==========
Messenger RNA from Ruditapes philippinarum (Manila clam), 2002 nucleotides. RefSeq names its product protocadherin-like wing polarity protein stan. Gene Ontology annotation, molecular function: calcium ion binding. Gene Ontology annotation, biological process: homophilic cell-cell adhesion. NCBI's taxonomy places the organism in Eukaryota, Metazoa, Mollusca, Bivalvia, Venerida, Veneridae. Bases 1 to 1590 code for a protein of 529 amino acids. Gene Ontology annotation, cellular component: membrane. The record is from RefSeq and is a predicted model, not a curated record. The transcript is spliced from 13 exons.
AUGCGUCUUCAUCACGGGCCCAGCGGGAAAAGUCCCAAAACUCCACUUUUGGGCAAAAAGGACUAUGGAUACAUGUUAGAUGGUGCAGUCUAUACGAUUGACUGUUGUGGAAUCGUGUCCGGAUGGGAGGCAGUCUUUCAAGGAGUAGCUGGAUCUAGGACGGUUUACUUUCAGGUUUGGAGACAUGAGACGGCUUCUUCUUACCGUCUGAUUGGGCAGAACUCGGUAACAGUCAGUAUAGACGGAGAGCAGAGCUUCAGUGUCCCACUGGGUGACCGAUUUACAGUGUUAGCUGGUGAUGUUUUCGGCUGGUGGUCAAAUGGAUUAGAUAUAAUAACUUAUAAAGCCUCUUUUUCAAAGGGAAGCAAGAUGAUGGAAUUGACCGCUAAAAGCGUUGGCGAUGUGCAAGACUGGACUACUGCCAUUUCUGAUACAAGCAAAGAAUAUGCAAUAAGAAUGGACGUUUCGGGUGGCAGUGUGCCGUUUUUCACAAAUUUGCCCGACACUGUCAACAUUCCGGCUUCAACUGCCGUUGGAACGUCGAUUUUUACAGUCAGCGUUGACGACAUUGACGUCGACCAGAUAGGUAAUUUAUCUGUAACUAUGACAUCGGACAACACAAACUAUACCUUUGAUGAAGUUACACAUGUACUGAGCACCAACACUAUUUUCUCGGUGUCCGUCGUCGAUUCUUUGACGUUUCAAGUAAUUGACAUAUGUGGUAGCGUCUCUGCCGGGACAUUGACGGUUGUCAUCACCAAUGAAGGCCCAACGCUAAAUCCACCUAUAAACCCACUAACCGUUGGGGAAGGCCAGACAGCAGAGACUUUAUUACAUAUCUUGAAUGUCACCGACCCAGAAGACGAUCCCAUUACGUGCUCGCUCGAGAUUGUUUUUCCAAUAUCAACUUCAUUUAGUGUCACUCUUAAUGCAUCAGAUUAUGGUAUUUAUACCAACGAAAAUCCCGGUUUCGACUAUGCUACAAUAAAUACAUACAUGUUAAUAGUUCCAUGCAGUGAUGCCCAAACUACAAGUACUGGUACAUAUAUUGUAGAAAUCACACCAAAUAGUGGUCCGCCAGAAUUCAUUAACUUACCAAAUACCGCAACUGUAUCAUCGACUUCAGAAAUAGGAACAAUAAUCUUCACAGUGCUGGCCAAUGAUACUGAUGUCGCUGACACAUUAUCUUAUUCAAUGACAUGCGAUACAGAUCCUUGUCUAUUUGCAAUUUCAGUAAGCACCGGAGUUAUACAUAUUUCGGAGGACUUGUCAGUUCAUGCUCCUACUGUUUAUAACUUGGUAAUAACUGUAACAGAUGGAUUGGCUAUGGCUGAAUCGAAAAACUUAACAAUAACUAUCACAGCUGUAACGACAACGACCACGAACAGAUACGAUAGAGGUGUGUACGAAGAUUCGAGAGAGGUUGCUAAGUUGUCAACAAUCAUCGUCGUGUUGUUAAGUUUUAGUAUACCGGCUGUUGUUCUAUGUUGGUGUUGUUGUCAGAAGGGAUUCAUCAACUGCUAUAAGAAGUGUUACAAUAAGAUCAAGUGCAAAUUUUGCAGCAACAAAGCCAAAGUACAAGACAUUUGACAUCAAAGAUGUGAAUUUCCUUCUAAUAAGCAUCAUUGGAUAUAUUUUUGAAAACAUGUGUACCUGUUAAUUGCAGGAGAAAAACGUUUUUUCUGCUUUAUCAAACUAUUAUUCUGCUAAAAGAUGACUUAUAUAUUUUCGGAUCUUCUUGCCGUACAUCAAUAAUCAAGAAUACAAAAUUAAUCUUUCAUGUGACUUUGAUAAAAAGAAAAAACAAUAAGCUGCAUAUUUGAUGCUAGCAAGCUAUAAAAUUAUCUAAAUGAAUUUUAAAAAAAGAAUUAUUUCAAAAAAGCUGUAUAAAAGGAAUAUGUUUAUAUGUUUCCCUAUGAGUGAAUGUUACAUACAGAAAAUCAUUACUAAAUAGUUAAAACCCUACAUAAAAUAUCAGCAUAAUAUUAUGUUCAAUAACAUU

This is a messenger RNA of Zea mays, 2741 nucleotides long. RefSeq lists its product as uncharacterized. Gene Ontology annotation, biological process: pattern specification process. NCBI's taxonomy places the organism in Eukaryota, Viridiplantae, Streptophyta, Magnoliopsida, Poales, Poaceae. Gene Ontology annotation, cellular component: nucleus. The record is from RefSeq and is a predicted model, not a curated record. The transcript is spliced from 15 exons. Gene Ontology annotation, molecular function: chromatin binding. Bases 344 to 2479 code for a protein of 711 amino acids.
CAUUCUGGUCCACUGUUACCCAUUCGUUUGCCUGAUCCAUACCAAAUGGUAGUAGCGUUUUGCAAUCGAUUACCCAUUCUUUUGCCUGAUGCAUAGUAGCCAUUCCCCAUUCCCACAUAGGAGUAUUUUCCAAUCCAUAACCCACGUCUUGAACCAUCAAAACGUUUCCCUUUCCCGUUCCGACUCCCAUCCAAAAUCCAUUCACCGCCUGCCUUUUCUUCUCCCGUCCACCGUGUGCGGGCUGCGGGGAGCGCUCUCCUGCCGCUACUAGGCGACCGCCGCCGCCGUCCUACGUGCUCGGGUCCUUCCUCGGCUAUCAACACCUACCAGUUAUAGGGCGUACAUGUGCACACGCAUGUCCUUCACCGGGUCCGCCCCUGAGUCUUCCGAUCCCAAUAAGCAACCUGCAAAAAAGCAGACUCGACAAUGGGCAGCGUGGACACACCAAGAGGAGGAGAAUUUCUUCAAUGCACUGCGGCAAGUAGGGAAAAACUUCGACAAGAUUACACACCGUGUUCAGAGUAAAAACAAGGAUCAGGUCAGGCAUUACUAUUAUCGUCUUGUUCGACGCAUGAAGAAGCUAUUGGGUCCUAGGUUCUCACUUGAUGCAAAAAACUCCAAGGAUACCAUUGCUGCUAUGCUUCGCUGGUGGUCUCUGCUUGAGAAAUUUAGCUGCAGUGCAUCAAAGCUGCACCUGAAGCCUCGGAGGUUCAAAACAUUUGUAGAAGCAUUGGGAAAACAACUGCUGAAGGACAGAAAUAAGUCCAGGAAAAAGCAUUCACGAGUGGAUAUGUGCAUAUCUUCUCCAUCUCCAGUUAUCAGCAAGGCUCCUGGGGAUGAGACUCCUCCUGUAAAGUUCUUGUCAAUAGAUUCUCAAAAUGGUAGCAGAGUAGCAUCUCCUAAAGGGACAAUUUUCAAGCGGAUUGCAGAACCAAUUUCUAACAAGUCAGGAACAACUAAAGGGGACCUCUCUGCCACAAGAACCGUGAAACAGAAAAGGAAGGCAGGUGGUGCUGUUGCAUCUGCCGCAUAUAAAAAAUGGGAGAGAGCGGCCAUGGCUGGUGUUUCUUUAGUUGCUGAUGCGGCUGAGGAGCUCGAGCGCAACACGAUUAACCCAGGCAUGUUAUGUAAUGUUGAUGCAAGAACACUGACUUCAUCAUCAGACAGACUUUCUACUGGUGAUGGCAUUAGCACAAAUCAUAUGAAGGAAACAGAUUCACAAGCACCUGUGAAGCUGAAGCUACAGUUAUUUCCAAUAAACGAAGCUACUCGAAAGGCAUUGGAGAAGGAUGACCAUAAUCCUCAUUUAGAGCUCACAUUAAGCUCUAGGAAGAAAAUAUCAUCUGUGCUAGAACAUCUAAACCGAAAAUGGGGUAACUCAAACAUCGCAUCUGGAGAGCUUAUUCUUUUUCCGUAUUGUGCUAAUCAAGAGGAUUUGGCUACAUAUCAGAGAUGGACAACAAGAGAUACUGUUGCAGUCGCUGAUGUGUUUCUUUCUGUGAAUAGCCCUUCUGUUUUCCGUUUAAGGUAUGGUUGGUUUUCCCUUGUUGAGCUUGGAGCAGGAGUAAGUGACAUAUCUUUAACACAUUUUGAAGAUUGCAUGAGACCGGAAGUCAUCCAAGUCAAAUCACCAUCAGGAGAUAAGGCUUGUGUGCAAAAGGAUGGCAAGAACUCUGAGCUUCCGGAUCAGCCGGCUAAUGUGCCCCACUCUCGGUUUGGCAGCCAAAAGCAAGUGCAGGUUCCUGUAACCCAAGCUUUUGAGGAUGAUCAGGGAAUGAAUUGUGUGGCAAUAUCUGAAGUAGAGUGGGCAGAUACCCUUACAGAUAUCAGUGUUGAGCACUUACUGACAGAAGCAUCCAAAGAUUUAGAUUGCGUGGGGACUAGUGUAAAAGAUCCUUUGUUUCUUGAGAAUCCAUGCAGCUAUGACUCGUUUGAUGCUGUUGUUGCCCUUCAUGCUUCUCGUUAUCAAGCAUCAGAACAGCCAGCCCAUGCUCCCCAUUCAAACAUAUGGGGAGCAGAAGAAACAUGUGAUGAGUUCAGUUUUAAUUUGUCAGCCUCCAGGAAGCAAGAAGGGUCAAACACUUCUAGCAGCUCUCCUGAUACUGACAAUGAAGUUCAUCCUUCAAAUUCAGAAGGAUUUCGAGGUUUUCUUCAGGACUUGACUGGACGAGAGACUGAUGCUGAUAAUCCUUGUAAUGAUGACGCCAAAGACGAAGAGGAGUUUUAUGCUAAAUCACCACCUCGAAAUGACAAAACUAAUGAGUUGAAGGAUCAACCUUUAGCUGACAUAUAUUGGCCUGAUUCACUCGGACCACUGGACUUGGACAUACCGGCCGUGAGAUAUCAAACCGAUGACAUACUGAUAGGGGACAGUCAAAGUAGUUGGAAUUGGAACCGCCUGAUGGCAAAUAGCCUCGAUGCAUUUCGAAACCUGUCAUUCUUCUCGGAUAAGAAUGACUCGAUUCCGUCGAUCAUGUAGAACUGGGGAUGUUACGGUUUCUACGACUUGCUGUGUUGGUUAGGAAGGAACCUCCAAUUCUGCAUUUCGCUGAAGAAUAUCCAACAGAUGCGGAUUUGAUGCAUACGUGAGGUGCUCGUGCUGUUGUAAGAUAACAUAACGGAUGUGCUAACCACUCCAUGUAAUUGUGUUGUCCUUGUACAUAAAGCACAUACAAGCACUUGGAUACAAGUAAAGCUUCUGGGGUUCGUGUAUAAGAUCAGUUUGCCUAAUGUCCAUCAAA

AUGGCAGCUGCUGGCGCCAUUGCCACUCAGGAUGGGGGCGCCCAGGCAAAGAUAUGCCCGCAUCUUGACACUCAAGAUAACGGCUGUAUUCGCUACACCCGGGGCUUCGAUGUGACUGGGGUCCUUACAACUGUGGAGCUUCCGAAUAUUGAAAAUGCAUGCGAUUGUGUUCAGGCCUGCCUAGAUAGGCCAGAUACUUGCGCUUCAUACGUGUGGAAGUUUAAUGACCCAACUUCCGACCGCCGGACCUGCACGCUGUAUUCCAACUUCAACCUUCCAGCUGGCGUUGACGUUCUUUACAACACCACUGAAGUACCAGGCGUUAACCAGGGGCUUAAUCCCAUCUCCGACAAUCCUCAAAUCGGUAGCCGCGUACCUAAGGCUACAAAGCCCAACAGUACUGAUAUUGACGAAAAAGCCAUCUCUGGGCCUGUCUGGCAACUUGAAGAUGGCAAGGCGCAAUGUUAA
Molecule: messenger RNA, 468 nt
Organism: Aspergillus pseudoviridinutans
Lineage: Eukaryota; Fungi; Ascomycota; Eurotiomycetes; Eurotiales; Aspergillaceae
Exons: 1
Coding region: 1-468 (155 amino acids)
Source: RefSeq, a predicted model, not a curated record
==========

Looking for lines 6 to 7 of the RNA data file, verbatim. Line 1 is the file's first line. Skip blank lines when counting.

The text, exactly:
Molecule: messenger RNA, 468 nt
Organism: Aspergillus pseudoviridinutans